Staging Spaces explores trends in inter-disciplinary research at the interface of architecture, new media, information technology, and performing arts. The new book has emerged from a research project at SINLAB, an experimental laboratory jointly run by five universities in Switzerland, Germany, and China. The book features a comprehensive essay by Jeffrey Huang and Sabine von Fischer on the questions raised by new media in spaces of performance. The four sections elaborate on the topics of Kinetics, Audibility, Visibility, and Boundaries. They delve into aspects such as movement, interaction, and body tracking; electronic dispositives in acoustic space; the visibility in stage performance; and the performers and their audience. And they look at experiments by performance artists and computer scientists exploring the ways in which art and technology create new spatial relations on the theatre stage or other spaces of performance: movement, sound and light happen no longer simply inside the space, but form relationships within and beyond. The four richly illustrated sections are complemented with text inserts by international expert contributors, looking at or commenting on further aspects of the four main topics.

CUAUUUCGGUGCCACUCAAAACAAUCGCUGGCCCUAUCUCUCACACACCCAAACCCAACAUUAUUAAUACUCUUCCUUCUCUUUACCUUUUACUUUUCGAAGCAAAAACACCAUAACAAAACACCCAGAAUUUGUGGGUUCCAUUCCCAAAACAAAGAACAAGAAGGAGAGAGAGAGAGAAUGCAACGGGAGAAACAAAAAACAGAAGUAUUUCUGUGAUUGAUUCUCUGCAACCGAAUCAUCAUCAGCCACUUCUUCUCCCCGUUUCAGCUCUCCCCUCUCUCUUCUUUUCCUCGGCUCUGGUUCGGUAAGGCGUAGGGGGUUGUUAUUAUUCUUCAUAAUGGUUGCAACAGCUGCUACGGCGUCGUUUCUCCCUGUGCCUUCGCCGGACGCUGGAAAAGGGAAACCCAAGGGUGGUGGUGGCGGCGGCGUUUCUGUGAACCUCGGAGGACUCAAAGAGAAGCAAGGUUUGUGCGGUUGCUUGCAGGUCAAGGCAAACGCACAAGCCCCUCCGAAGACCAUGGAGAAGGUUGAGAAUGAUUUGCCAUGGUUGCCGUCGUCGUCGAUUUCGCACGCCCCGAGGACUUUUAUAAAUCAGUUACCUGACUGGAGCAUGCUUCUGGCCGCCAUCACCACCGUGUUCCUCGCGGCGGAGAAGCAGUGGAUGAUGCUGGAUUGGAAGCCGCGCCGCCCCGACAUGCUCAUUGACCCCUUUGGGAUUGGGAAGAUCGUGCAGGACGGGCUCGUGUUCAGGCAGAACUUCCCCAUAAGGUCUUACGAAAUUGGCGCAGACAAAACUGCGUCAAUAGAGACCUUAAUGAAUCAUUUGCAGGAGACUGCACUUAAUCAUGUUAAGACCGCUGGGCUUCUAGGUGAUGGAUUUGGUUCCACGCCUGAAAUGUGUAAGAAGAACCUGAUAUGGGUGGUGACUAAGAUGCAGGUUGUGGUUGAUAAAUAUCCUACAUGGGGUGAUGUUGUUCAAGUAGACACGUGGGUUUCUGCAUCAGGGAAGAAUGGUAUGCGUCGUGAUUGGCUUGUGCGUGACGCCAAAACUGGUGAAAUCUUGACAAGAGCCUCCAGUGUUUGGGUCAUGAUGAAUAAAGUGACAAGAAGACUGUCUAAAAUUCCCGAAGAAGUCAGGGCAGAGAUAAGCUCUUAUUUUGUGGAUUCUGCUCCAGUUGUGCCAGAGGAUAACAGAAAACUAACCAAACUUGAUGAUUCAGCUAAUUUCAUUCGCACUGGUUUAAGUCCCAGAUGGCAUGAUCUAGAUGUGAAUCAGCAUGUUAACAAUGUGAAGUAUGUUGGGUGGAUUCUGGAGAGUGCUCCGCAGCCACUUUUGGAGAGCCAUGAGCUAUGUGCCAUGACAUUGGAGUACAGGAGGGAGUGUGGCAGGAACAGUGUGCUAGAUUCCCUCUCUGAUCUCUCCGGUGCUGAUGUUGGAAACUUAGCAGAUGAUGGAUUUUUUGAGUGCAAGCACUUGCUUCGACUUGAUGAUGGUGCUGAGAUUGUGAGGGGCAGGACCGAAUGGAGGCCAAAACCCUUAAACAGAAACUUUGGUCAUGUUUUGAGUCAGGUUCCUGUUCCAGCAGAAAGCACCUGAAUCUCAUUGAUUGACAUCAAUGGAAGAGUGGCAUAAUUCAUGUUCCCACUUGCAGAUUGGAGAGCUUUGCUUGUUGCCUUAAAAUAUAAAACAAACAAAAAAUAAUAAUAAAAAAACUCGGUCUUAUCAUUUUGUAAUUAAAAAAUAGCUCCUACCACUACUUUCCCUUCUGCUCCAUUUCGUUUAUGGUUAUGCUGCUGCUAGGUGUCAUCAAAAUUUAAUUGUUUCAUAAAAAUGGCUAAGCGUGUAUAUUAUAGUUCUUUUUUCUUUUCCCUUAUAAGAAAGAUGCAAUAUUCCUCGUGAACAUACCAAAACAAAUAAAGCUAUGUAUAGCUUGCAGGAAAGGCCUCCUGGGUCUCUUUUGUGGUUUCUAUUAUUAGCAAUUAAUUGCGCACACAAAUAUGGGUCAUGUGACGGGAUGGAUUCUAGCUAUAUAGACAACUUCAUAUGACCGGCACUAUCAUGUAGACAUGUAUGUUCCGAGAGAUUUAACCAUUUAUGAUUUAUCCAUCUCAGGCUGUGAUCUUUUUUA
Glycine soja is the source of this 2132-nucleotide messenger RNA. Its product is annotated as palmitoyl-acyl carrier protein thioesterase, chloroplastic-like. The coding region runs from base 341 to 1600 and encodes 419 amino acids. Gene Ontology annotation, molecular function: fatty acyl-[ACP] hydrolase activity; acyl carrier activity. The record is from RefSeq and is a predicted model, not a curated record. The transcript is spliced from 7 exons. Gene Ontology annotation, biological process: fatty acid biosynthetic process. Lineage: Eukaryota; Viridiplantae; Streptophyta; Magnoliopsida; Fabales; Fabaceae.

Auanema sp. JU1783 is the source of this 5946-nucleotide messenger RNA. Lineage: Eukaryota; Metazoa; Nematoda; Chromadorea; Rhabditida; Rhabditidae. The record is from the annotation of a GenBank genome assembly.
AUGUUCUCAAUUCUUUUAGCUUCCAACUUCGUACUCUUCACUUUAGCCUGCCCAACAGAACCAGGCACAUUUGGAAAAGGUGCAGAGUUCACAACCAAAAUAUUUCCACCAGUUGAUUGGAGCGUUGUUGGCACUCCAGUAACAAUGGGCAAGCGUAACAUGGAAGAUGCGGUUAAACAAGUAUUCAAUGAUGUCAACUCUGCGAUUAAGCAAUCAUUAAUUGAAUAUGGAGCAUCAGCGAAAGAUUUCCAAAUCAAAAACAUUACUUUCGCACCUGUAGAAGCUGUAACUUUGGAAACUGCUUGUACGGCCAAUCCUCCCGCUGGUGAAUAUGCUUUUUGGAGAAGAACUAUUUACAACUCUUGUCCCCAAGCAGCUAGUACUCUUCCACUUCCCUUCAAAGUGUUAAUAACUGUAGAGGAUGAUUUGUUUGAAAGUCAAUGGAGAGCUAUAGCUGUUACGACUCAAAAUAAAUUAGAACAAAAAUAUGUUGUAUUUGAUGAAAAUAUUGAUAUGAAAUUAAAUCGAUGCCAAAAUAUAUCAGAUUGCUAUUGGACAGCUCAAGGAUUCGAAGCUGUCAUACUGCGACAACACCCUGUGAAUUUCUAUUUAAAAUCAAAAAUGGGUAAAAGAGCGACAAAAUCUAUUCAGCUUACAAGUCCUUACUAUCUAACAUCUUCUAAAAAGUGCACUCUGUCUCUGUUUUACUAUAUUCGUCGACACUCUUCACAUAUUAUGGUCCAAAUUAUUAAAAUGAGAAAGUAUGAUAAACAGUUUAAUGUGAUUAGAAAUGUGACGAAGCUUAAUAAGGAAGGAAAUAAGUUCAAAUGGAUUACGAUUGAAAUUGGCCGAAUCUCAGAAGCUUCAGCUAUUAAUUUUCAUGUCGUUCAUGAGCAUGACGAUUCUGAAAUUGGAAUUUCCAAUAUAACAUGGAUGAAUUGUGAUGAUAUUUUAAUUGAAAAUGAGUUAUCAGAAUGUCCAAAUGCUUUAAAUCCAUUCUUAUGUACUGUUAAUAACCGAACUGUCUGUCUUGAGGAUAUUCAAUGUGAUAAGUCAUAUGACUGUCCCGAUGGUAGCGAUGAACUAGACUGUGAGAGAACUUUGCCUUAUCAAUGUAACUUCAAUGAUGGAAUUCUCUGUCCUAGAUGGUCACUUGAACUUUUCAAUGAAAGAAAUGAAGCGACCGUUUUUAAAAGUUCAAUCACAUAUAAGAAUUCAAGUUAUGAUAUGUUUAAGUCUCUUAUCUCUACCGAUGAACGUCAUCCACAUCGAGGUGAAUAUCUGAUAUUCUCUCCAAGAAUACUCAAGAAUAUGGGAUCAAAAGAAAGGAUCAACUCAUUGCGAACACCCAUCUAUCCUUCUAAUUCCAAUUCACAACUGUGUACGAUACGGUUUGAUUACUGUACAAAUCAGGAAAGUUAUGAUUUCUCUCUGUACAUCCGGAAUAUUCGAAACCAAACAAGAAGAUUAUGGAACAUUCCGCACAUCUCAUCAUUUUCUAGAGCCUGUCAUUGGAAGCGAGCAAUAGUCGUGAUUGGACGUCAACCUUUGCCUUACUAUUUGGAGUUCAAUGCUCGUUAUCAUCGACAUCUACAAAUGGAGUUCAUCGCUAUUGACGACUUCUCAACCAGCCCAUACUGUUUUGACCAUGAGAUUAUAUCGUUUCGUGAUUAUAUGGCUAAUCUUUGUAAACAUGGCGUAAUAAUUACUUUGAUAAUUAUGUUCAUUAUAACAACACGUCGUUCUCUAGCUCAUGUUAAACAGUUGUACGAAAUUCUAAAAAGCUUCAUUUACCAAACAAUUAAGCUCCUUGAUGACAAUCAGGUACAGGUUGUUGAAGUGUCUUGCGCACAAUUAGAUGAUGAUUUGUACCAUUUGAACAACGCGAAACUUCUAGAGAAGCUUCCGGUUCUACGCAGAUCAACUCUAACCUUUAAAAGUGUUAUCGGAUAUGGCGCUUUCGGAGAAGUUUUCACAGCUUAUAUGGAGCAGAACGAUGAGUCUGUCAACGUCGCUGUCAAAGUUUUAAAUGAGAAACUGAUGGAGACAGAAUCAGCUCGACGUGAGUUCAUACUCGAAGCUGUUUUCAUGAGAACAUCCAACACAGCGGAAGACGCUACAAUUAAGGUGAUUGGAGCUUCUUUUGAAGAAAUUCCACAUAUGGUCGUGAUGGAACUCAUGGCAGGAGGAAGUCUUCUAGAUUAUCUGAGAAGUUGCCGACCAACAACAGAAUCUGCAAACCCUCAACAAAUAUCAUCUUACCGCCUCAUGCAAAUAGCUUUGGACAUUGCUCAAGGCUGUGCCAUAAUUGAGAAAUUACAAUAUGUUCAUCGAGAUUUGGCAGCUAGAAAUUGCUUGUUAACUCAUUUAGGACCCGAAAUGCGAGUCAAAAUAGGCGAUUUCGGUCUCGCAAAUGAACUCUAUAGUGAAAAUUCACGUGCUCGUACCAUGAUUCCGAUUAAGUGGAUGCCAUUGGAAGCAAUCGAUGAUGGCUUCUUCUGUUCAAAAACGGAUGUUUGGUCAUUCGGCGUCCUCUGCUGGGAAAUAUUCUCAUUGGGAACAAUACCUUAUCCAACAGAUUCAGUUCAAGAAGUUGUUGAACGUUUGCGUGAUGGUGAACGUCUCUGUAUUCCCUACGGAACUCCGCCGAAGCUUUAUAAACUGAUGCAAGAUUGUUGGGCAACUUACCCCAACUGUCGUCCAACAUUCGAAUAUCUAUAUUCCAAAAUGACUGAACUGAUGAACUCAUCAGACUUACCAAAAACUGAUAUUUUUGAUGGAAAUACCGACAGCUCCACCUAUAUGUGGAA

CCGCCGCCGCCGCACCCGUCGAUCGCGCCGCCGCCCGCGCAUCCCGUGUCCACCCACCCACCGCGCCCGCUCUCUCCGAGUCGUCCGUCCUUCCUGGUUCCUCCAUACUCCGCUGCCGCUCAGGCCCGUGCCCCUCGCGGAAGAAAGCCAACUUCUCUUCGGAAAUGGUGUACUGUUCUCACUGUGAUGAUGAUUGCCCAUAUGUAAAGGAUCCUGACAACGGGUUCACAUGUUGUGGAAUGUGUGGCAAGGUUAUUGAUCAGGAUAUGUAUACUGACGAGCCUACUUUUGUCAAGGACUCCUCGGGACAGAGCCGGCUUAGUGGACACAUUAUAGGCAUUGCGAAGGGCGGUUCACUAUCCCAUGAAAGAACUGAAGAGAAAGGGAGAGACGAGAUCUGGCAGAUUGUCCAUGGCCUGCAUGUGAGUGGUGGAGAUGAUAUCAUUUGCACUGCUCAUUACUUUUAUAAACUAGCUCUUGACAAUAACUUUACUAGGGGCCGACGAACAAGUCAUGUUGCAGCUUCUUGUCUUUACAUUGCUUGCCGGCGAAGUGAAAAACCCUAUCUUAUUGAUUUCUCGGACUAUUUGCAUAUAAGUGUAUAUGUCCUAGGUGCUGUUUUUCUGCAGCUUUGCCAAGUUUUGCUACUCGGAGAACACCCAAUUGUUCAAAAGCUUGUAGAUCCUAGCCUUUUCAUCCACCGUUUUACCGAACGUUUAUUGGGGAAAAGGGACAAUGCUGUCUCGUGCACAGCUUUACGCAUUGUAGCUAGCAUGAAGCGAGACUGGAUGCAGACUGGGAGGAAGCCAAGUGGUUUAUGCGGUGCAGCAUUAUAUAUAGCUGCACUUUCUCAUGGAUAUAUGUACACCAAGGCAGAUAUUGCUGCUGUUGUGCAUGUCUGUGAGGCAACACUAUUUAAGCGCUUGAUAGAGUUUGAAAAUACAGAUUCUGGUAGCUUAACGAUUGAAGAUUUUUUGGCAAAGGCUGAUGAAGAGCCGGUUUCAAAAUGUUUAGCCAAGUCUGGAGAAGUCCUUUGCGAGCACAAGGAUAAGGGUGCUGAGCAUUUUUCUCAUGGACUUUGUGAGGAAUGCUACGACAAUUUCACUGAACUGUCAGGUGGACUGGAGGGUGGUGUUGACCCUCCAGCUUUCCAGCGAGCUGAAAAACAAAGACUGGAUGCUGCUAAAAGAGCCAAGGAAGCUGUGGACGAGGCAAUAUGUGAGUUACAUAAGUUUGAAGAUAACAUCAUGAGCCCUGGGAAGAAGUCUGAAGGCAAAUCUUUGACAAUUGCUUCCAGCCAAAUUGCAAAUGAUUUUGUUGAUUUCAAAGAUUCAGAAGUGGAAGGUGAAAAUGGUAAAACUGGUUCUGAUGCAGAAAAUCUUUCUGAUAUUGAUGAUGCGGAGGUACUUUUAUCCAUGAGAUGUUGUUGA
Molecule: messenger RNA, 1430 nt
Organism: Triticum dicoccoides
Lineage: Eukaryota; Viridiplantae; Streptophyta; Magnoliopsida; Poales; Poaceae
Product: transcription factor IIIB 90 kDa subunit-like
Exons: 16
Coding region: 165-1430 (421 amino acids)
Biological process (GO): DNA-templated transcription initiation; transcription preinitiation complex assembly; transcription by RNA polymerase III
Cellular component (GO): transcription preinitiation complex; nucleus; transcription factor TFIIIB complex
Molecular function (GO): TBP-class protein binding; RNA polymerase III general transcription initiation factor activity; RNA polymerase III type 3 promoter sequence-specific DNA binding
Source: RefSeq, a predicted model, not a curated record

Olympic Stadia provides a comprehensive account of the development of stadia including but not limited to: developments in running tracks, the introduction of lighting, improvements in spectator viewing standards and the introduction of roofs. Written by a world-renowned expert on sports architecture, the book: Systematically analyses every stadium from Athens 1896 to Tokyo 2020 Provides drawings, plans, elevations, photographs and illustrations in full colour Considers the fundamental changes wrought by the incorporation of the Paralympic Games Looks at the impact on host cities and their urban infrastructure, and considers the long-term legacies and massive investments that Olympic stadia require Explores the effects of the demands of the world's TV broadcasters. An invaluable and beautiful resource for practical insight and inspiration, this book makes essential reading for anyone interested in Olympic stadia.